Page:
Jamelle R. Bowers, MD, is one of our primary care and internal medicine providers. With the celebration of Juneteenth, coming up this Saturday, June 19, Dr. Bowers recently took some time to reflect on this holiday and what it means to her. Read her firsthand thoughts here.
Juneteenth, also known to many as Freedom Day or Emancipation Day, is the oldest nationally celebrated holiday commemorating the emancipation of those who were enslaved in our country. It officially marks the day in Texas in 1865 where the remainder of slaves in the Confederacy were freed, even though the Emancipation Proclamation was signed two and a half years earlier. It is now recognized in 48 states. Many companies and universities offer it as an observed paid holiday too.
This is traditionally a time to celebrate arts, freedom and the accomplishments of African Americans in our society. There are planned festivals, prayer meetings, fairs, parties, family reunions and even weddings! I remember going to the Juneteenth festivals in downtown Cincinnati for many years until I moved away for education and work. I contributed with health education for issues greatly affecting the African American community and blood pressure screenings on multiple occasions.
After moving back home to Cincinnati, I took my children to several of these festivals to enjoy and experience the food, arts, music, health education and job opportunities. It was very empowering to see this celebration of freedom and diversity. Juneteenth is a day of commemoration of our successes in society and what it means to be free. However, it is also a mirror on where we are and how far we still have to go.
As I reflect now on this holiday, I realize that Juneteenth is often eclipsed by social events of the times and is often a painful reminder of the injustices we still face as African Americans. Historically, immediately after the Emancipation Proclamation and the Juneteenth proclamation, multiple states enforced “Jim Crow” laws designed to keep African Americans from succeeding. In fact, Juneteenth fell out of favor during the 1960s during Civil Rights protests before coming back in the 1970s. It is now often linked to gentle activism to help diminish systemic racism and connections with non-profit groups linked to the empowerment of African Americans with jobs, health and wealth.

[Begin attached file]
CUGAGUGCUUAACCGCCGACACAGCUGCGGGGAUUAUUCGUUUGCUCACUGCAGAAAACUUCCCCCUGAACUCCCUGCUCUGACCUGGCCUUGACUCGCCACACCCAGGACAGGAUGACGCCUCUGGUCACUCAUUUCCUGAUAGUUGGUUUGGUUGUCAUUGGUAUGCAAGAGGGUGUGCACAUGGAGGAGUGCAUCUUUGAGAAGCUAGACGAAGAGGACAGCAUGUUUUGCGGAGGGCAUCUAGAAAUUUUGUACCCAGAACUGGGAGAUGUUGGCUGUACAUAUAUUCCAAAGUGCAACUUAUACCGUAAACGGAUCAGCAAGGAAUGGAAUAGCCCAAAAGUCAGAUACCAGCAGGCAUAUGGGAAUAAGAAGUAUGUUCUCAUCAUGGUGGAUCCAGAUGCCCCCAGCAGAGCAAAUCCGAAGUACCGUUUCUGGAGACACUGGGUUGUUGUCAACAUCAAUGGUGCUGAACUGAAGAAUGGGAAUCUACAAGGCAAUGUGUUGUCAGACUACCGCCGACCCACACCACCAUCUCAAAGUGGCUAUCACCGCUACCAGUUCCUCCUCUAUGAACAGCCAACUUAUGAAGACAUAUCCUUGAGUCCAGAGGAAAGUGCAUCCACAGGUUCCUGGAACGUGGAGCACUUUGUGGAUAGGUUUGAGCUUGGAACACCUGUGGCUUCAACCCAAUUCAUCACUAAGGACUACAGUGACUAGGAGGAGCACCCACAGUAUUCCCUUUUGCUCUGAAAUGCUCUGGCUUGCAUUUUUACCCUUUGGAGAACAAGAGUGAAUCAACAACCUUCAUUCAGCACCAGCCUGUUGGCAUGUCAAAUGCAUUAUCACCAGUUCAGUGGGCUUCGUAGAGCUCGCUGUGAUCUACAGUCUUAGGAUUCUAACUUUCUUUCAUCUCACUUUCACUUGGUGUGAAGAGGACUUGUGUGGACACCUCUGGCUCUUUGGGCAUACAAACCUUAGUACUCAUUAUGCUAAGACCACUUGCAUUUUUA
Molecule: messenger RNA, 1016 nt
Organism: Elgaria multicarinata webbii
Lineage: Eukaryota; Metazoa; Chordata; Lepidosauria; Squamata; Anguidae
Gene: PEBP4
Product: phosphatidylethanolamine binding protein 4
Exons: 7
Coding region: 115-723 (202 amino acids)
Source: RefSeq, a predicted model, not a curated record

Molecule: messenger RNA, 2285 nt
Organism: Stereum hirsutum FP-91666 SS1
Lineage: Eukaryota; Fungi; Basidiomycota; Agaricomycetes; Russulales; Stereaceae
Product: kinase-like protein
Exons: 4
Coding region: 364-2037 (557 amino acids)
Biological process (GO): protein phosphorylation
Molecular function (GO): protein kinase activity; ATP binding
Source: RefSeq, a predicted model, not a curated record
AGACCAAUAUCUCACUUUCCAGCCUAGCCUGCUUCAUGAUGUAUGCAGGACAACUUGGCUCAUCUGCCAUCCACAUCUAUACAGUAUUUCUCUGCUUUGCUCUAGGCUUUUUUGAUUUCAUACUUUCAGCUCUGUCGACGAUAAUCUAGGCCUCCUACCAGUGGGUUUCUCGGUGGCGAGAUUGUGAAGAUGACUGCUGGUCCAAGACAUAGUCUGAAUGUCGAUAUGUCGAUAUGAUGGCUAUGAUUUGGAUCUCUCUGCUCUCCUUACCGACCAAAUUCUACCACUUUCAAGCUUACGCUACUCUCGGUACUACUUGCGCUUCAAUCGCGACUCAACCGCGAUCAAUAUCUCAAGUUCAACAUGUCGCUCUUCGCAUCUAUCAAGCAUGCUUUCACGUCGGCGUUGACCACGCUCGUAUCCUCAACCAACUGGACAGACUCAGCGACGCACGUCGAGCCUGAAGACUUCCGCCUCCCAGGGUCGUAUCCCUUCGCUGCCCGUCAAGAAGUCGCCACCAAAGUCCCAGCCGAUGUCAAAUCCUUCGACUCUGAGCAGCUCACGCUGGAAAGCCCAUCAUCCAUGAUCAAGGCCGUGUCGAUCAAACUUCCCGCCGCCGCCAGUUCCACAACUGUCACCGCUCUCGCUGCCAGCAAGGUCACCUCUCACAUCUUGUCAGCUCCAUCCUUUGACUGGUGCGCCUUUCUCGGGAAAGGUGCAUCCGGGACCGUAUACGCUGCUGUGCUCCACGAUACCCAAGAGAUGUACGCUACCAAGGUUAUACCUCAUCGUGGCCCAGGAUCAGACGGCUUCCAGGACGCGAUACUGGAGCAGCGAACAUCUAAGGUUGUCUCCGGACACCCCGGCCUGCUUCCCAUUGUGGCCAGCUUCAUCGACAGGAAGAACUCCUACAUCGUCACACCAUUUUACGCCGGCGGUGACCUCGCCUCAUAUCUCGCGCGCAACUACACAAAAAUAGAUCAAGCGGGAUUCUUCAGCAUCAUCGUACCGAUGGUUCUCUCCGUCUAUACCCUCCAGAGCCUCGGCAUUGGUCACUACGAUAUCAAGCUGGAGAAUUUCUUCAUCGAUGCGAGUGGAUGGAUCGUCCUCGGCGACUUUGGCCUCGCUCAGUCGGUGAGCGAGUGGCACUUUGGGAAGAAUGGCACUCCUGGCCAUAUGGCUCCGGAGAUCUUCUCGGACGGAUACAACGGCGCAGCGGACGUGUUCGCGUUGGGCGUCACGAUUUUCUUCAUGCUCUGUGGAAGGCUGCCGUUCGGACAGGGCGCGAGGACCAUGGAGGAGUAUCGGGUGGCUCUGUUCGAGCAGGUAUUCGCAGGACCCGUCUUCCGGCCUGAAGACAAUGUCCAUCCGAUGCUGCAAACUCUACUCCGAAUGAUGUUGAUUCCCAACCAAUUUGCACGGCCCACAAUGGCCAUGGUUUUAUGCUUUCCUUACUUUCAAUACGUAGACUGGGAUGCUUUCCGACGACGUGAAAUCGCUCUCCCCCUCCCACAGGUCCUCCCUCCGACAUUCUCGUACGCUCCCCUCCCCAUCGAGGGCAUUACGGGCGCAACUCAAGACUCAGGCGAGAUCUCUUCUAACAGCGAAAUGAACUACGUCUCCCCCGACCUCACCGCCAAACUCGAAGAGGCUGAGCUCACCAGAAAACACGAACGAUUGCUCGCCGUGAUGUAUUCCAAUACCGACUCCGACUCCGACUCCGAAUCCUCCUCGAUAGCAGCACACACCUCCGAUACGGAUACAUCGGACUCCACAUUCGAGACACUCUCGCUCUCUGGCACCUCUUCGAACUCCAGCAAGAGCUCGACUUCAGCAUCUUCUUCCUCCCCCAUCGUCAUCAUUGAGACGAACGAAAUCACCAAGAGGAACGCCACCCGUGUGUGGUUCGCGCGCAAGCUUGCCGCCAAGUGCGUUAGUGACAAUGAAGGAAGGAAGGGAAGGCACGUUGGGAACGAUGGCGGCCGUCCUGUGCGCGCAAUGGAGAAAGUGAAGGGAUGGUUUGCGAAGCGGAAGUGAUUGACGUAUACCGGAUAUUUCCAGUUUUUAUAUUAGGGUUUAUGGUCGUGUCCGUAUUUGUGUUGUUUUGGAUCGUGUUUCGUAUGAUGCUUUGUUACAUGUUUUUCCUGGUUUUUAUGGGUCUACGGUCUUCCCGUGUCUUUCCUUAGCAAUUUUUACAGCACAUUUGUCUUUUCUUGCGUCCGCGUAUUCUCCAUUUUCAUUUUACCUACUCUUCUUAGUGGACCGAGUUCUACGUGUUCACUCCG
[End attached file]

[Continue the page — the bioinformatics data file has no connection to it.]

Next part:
My hope is that everyone will use this day to think about their opportunities in life and to educate themselves on the past. As Sir Winston Churchill stated, “those who fail to learn from history are doomed to repeat it.”
This self-reflection and education should not promote guilt or shame, but rather promote the power of learning from the mistakes of the past to move forward. I am proud to be a part of Mercy Health and their efforts to assist, recognize and empower their surrounding communities, including the African American community. I am also proud to see the ministry enrich themselves as an organization with education, recognition of the past and its significance as well as the enlightenment to move forward.
Learn more about our mission and how it inspires the work we do at Mercy Health.